Regarding Guideline #2, you might be the first person to say what I have always thought. While it is a good idea to step up the difficulty in a logical way, that doesn't mean saving the hardest for last. At some point you have to realize no other mountain will completely prepare you for the next, and there is an uncertainty and mystery that comes with the territory of mountain climbing. While preparation is important, don't put yourself into a crunch where everything left on your list is Class 4.
Regarding Guideline #3, I don't completely agree only because I feel that September is often the safest month with regards to weather. I'm sure anyone here is well aware that storms can occur at any time between May and October, but they seem to be less likely in September. Also, the summer is often a useful time to get yourself in shape for the more challenging peaks. I would not start this summer off by doing Class 4 when I've been doing Class 2 and below all winter. I do understand what you mean by people feeling the pressure to do all they can before winter sets in, so I'm not dismissing this entirely. This one is really about being honest with yourself. Are you climbing a Class 4 at the end of the season because you feel you are ready for it? Or are you just trying to get one more check mark in before the snow comes?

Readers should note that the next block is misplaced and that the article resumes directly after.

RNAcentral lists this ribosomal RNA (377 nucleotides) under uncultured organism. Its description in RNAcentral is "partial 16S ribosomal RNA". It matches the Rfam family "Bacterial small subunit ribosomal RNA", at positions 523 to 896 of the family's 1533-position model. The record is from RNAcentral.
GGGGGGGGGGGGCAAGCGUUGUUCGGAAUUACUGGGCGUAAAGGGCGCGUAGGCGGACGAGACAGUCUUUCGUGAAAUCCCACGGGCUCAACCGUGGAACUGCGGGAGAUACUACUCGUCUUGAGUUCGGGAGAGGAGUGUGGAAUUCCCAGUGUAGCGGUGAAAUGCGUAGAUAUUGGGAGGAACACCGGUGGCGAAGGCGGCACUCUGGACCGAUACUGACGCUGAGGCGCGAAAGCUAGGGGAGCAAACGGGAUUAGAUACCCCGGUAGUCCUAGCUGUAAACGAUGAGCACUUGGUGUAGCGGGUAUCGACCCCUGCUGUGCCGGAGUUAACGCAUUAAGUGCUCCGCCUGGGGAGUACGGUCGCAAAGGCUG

Regarding Guideline #4, yes definitely. If you're not having fun anymore with this activity it is time to reassess what is important to you and why you are peak bagging in the first place. Though I always have fun when I'm in the mountains, I do tend to have to ask/remind myself "Why did you start climbing 14ers? What was the reason and what was most important to you?"
in order to avoid getting carried away with lists and check marks and beating myself up over missed opportunities.
One last thing I would like to add - if you put people and safety before glory and ego, I think you are climbing for the right reasons. Whether you are a peak bagger, mountaineer, skier, rock climber, ice climber, 13er hipster, thru hiker or any other kind of person in the hills, we are all in this together. You don't have to agree with me, but that's how I see it. I thought the original post was thought-provoking enough to deserve a longer response than my usual post, so there you go.